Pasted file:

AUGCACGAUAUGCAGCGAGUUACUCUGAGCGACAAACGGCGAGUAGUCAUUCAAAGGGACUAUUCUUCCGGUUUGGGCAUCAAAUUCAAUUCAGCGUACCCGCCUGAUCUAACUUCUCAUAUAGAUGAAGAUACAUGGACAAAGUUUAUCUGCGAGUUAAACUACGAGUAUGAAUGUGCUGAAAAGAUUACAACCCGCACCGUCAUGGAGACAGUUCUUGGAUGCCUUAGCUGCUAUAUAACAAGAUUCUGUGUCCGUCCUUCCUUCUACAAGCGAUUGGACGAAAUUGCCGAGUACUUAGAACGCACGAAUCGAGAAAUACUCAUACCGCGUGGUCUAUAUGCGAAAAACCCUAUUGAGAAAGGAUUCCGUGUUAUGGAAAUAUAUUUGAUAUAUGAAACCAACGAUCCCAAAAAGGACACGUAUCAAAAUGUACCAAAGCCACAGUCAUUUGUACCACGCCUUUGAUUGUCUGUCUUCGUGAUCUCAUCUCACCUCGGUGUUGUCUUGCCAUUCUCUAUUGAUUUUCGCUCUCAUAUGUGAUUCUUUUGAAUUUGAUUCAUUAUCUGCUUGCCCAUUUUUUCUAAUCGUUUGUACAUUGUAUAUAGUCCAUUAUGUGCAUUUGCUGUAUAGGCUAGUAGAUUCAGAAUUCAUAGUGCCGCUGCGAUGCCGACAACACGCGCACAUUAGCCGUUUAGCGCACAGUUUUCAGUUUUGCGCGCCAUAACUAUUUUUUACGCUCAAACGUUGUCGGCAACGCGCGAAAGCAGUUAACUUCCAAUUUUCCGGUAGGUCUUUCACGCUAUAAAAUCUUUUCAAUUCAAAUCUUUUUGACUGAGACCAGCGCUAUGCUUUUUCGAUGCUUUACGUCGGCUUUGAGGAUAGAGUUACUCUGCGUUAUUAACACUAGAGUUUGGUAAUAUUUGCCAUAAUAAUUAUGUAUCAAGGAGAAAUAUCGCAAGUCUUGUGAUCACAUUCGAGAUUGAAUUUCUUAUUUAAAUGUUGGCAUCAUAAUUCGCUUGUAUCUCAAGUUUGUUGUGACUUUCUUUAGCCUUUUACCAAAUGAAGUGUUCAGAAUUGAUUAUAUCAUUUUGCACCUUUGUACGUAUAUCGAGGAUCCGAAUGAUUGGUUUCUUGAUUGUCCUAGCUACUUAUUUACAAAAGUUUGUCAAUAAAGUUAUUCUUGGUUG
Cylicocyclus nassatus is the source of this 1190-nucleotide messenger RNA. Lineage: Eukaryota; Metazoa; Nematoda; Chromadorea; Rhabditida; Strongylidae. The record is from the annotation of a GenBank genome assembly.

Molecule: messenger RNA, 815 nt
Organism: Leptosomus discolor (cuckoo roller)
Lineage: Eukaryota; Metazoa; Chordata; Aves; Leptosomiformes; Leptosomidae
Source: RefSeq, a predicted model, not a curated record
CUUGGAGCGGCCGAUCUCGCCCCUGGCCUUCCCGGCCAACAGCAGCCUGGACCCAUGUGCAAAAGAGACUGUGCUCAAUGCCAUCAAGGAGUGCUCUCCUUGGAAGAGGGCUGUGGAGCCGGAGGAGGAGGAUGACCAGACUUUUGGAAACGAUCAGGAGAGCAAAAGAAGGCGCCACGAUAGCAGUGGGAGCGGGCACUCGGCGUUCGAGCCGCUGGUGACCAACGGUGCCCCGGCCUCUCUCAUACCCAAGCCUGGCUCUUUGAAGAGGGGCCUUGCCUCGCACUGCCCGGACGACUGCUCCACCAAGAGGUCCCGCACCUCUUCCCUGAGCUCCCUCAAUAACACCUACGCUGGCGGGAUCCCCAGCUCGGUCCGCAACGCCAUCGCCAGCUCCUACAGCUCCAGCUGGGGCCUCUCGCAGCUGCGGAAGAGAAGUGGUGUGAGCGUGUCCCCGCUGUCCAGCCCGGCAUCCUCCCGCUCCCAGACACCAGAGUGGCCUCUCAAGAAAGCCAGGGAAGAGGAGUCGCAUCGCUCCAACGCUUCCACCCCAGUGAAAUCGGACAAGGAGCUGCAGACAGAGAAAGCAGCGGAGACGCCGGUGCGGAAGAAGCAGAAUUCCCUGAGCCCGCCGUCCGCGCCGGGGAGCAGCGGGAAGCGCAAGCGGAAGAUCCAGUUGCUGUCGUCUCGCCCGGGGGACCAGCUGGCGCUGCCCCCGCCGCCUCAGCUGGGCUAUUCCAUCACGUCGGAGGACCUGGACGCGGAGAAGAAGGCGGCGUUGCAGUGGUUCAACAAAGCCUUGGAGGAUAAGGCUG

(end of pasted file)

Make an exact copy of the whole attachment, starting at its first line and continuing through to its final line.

AUGCACGAUAUGCAGCGAGUUACUCUGAGCGACAAACGGCGAGUAGUCAUUCAAAGGGACUAUUCUUCCGGUUUGGGCAUCAAAUUCAAUUCAGCGUACCCGCCUGAUCUAACUUCUCAUAUAGAUGAAGAUACAUGGACAAAGUUUAUCUGCGAGUUAAACUACGAGUAUGAAUGUGCUGAAAAGAUUACAACCCGCACCGUCAUGGAGACAGUUCUUGGAUGCCUUAGCUGCUAUAUAACAAGAUUCUGUGUCCGUCCUUCCUUCUACAAGCGAUUGGACGAAAUUGCCGAGUACUUAGAACGCACGAAUCGAGAAAUACUCAUACCGCGUGGUCUAUAUGCGAAAAACCCUAUUGAGAAAGGAUUCCGUGUUAUGGAAAUAUAUUUGAUAUAUGAAACCAACGAUCCCAAAAAGGACACGUAUCAAAAUGUACCAAAGCCACAGUCAUUUGUACCACGCCUUUGAUUGUCUGUCUUCGUGAUCUCAUCUCACCUCGGUGUUGUCUUGCCAUUCUCUAUUGAUUUUCGCUCUCAUAUGUGAUUCUUUUGAAUUUGAUUCAUUAUCUGCUUGCCCAUUUUUUCUAAUCGUUUGUACAUUGUAUAUAGUCCAUUAUGUGCAUUUGCUGUAUAGGCUAGUAGAUUCAGAAUUCAUAGUGCCGCUGCGAUGCCGACAACACGCGCACAUUAGCCGUUUAGCGCACAGUUUUCAGUUUUGCGCGCCAUAACUAUUUUUUACGCUCAAACGUUGUCGGCAACGCGCGAAAGCAGUUAACUUCCAAUUUUCCGGUAGGUCUUUCACGCUAUAAAAUCUUUUCAAUUCAAAUCUUUUUGACUGAGACCAGCGCUAUGCUUUUUCGAUGCUUUACGUCGGCUUUGAGGAUAGAGUUACUCUGCGUUAUUAACACUAGAGUUUGGUAAUAUUUGCCAUAAUAAUUAUGUAUCAAGGAGAAAUAUCGCAAGUCUUGUGAUCACAUUCGAGAUUGAAUUUCUUAUUUAAAUGUUGGCAUCAUAAUUCGCUUGUAUCUCAAGUUUGUUGUGACUUUCUUUAGCCUUUUACCAAAUGAAGUGUUCAGAAUUGAUUAUAUCAUUUUGCACCUUUGUACGUAUAUCGAGGAUCCGAAUGAUUGGUUUCUUGAUUGUCCUAGCUACUUAUUUACAAAAGUUUGUCAAUAAAGUUAUUCUUGGUUG
Cylicocyclus nassatus is the source of this 1190-nucleotide messenger RNA. Lineage: Eukaryota; Metazoa; Nematoda; Chromadorea; Rhabditida; Strongylidae. The record is from the annotation of a GenBank genome assembly.

Molecule: messenger RNA, 815 nt
Organism: Leptosomus discolor (cuckoo roller)
Lineage: Eukaryota; Metazoa; Chordata; Aves; Leptosomiformes; Leptosomidae
Source: RefSeq, a predicted model, not a curated record
CUUGGAGCGGCCGAUCUCGCCCCUGGCCUUCCCGGCCAACAGCAGCCUGGACCCAUGUGCAAAAGAGACUGUGCUCAAUGCCAUCAAGGAGUGCUCUCCUUGGAAGAGGGCUGUGGAGCCGGAGGAGGAGGAUGACCAGACUUUUGGAAACGAUCAGGAGAGCAAAAGAAGGCGCCACGAUAGCAGUGGGAGCGGGCACUCGGCGUUCGAGCCGCUGGUGACCAACGGUGCCCCGGCCUCUCUCAUACCCAAGCCUGGCUCUUUGAAGAGGGGCCUUGCCUCGCACUGCCCGGACGACUGCUCCACCAAGAGGUCCCGCACCUCUUCCCUGAGCUCCCUCAAUAACACCUACGCUGGCGGGAUCCCCAGCUCGGUCCGCAACGCCAUCGCCAGCUCCUACAGCUCCAGCUGGGGCCUCUCGCAGCUGCGGAAGAGAAGUGGUGUGAGCGUGUCCCCGCUGUCCAGCCCGGCAUCCUCCCGCUCCCAGACACCAGAGUGGCCUCUCAAGAAAGCCAGGGAAGAGGAGUCGCAUCGCUCCAACGCUUCCACCCCAGUGAAAUCGGACAAGGAGCUGCAGACAGAGAAAGCAGCGGAGACGCCGGUGCGGAAGAAGCAGAAUUCCCUGAGCCCGCCGUCCGCGCCGGGGAGCAGCGGGAAGCGCAAGCGGAAGAUCCAGUUGCUGUCGUCUCGCCCGGGGGACCAGCUGGCGCUGCCCCCGCCGCCUCAGCUGGGCUAUUCCAUCACGUCGGAGGACCUGGACGCGGAGAAGAAGGCGGCGUUGCAGUGGUUCAACAAAGCCUUGGAGGAUAAGGCUG